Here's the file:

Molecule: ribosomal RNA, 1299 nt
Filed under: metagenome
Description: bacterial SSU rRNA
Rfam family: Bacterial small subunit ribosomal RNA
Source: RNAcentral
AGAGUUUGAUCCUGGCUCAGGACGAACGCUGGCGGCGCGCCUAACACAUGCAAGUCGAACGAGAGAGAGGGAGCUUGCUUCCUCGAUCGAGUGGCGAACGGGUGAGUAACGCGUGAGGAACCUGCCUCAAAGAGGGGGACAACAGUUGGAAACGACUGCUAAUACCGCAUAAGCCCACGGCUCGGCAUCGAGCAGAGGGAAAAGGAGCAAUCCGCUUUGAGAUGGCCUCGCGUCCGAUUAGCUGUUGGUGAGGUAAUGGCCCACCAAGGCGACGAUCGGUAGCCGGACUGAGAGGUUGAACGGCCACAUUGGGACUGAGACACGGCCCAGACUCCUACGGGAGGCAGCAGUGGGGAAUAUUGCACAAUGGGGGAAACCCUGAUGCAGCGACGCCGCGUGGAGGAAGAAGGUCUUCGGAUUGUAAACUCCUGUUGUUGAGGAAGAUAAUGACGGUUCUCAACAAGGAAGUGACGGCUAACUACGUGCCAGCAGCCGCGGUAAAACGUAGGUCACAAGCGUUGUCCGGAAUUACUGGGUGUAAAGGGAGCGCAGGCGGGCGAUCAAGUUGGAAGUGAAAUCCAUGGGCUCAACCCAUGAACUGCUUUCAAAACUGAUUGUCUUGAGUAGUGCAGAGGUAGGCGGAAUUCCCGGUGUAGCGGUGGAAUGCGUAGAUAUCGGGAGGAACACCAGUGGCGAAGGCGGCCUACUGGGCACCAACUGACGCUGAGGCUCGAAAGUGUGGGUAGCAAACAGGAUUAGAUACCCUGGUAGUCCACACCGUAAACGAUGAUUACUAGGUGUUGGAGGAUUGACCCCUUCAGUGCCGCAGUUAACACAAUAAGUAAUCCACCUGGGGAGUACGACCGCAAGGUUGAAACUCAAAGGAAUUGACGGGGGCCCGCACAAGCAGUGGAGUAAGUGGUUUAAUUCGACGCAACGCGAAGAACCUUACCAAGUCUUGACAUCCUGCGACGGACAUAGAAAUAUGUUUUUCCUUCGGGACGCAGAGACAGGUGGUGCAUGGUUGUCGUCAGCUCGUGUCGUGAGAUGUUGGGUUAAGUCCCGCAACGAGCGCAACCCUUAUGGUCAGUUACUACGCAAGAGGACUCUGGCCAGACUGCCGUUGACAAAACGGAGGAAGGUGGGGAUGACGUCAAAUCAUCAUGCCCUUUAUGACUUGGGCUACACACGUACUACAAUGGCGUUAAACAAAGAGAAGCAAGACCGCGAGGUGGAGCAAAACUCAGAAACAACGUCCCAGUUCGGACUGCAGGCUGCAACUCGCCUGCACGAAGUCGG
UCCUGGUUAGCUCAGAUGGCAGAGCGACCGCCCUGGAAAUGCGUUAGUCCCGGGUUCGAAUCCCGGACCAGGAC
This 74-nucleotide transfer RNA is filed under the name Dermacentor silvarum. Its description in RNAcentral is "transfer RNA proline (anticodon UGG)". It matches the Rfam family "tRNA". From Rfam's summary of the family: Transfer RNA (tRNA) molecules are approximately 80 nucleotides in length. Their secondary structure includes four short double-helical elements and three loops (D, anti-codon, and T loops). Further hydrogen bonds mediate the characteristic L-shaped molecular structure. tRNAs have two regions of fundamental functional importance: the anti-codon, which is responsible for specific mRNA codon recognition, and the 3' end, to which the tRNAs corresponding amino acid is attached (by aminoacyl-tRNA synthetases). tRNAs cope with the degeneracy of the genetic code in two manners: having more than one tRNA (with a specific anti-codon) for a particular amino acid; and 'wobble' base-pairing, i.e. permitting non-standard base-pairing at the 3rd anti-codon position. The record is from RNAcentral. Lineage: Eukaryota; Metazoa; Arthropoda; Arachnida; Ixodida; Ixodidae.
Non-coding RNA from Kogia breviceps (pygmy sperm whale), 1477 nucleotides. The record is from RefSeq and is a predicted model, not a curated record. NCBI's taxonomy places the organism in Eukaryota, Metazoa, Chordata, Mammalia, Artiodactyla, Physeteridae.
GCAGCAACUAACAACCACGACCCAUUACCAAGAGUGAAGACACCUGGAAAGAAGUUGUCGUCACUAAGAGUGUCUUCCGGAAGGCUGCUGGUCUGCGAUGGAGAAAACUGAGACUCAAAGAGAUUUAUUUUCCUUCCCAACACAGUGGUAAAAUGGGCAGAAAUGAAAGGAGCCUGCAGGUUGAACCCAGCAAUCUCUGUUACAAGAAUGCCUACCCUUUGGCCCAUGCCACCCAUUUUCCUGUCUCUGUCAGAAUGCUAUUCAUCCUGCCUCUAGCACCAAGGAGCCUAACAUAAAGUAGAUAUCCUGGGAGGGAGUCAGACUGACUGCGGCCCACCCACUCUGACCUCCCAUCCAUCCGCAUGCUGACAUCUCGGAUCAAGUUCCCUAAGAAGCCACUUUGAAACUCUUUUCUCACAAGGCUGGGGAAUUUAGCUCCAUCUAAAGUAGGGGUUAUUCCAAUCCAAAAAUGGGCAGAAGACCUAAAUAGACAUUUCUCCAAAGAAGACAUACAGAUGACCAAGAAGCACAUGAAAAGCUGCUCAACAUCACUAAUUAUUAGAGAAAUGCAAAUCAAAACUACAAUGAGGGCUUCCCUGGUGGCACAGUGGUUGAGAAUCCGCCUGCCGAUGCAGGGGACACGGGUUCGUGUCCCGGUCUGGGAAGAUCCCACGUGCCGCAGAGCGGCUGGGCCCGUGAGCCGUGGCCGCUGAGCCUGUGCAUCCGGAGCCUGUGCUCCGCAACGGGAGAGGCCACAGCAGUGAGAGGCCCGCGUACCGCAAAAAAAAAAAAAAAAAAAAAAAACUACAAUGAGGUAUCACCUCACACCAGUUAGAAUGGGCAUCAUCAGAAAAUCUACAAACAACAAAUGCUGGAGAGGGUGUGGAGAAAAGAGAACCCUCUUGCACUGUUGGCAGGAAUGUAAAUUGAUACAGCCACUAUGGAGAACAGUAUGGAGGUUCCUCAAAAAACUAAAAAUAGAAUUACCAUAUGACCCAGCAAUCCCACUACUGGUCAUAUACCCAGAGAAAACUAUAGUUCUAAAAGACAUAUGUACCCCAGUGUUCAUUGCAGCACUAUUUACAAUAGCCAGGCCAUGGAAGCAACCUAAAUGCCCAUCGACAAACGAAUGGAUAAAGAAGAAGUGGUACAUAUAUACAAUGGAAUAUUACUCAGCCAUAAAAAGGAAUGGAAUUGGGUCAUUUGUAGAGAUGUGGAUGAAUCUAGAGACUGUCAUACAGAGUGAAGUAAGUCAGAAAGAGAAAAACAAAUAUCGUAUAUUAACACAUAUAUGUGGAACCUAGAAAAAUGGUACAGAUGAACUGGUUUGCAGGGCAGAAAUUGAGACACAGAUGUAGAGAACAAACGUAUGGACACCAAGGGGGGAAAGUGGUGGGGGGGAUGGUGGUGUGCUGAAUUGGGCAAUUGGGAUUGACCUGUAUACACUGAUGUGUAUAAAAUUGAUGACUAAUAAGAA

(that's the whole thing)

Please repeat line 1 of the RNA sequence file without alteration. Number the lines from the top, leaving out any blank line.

Molecule: ribosomal RNA, 1299 nt